Take me out to the movies: Fifth Third Ballpark hosting shows

Kent County

Fifth Third Ballpark, home of the West Michigan Whitecaps. (April 9, 2020)

PLAINFIELD TOWNSHIP, Mich. (WOOD) — Even though the West Michigan Whitecaps are not playing this summer, Fifth Third Ballpark will still welcome families as it hosts a series of outdoor movies.

Moovies from the Mound, presented by Milk Means More, will start July 30. The lineup continues:

  • July 30: (6 p.m.) “Frozen” | (9 p.m.) “The Natural”
  • July 31: (6 p.m.) “The Incredibles” | (9 p.m.) “Angels In The Outfield”
  • Aug. 1: (6 p.m.) “The Sandlot” | (9 p.m.) “Field Of Dreams”
  • Aug. 6: (6 p.m.) “Night at the Museum” | (9 p.m.) “Forrest Gump”
  • Aug. 7: (6 p.m.) “The Lion King” (2019) | (9 p.m.) “The Karate Kid” (1984)
  • Aug. 8: (6 p.m.) “Toy Story” | (9 p.m.) “Jurassic Park”

Though two movies are being featured each night, each movie is a separate ticket. After each show, the ballpark will be cleared out and cleaned.

A $35 ticket will reserve you a 12-foot by 12-foot space in the outfield for up to six people. You can buy tickets online now.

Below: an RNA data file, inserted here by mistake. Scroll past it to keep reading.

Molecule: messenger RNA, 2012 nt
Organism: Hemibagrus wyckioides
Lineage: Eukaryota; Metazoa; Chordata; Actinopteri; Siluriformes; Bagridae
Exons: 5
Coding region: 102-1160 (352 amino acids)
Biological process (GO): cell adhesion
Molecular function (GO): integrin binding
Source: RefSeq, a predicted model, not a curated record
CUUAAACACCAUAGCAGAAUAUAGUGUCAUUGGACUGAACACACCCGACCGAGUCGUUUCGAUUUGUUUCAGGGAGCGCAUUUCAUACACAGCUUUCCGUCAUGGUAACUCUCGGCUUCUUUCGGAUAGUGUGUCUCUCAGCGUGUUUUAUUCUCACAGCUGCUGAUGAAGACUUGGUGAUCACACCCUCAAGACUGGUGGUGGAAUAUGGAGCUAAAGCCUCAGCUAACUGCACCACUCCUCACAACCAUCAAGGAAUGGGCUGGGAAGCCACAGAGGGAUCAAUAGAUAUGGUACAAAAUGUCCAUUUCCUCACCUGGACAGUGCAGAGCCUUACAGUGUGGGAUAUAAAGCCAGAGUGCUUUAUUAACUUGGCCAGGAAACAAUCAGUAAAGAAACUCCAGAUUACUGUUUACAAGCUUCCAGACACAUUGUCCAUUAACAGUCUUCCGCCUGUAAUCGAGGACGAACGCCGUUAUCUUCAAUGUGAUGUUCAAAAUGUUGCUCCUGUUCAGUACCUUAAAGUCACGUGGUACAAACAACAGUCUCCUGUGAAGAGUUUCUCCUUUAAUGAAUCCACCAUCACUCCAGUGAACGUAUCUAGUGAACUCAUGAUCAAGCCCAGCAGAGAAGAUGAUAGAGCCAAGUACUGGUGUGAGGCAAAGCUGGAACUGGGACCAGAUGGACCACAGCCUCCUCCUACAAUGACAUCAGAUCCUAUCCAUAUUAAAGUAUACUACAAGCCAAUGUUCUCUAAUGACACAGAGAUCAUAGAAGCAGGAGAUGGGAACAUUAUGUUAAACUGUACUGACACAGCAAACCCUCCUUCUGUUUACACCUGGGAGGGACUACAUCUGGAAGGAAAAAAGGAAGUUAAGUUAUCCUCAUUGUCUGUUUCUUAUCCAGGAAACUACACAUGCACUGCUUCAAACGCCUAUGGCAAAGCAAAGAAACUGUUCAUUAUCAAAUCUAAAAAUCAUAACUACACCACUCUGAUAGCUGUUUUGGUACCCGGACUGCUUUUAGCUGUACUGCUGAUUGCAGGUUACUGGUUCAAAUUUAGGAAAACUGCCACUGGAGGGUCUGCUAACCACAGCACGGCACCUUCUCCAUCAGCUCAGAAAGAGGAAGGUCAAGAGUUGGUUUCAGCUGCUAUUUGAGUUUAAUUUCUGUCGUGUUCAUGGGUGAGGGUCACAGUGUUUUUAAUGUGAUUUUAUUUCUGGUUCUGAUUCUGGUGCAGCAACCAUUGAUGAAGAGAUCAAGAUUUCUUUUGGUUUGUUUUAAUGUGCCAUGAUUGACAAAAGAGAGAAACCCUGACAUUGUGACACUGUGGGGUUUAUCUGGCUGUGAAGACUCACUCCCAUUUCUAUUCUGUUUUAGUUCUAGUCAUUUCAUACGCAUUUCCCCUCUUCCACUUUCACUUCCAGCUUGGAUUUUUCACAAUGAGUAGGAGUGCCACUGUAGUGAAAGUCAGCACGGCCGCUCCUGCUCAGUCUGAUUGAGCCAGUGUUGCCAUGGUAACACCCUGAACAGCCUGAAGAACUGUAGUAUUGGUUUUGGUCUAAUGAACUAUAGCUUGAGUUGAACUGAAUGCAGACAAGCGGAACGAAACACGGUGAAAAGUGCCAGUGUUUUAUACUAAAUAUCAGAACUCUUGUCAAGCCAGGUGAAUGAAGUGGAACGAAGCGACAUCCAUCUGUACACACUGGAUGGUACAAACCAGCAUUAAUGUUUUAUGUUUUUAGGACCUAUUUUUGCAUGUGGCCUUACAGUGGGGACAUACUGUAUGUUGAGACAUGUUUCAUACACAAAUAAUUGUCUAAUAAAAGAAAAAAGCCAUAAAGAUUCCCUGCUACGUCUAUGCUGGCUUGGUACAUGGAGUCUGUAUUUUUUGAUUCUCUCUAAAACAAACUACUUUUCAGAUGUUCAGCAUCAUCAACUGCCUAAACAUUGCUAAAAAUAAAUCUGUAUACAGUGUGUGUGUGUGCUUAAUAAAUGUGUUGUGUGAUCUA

The number of tickets will be limited to maintain social distance, the ballpark says; capacity will be at less than 8%. Everyone will have their temperature checked upon entry and will be required to wear a mask. Signs will be up to help remind people to stay 6 feet apart. Any transactions, like for food that will be for sale, will be cashless.

“We have an excellent plan for following all of the mandated guidelines and then some. There will be plenty of room and our staff are trained to follow strict protocols,” West Michigan Whitecaps President Steve McCarthy said in a Wednesday statement.

Word came in late June that the 2020 Minor League Baseball season was canceled. That meant for the first time in 27 years, the Whitecaps would not play. Ballpark officials were determined to make use of their space, however.

“Since the cancellation of the baseball season, creating new events for the community to safely enjoy at the ballpark has been our work,” McCarthy said. “This is the kind of fun we’re used to providing to the community … Having an open-air venue where we can safely come together as a community and have some fun will certainly be meaningful and impactful given our current climate.”

Economists say metro Grand Rapids businesses stand to lose about $10 million because of the MiLB cancellation, noting that games bring people into town to spend money at restaurants, gas stations and hotels.

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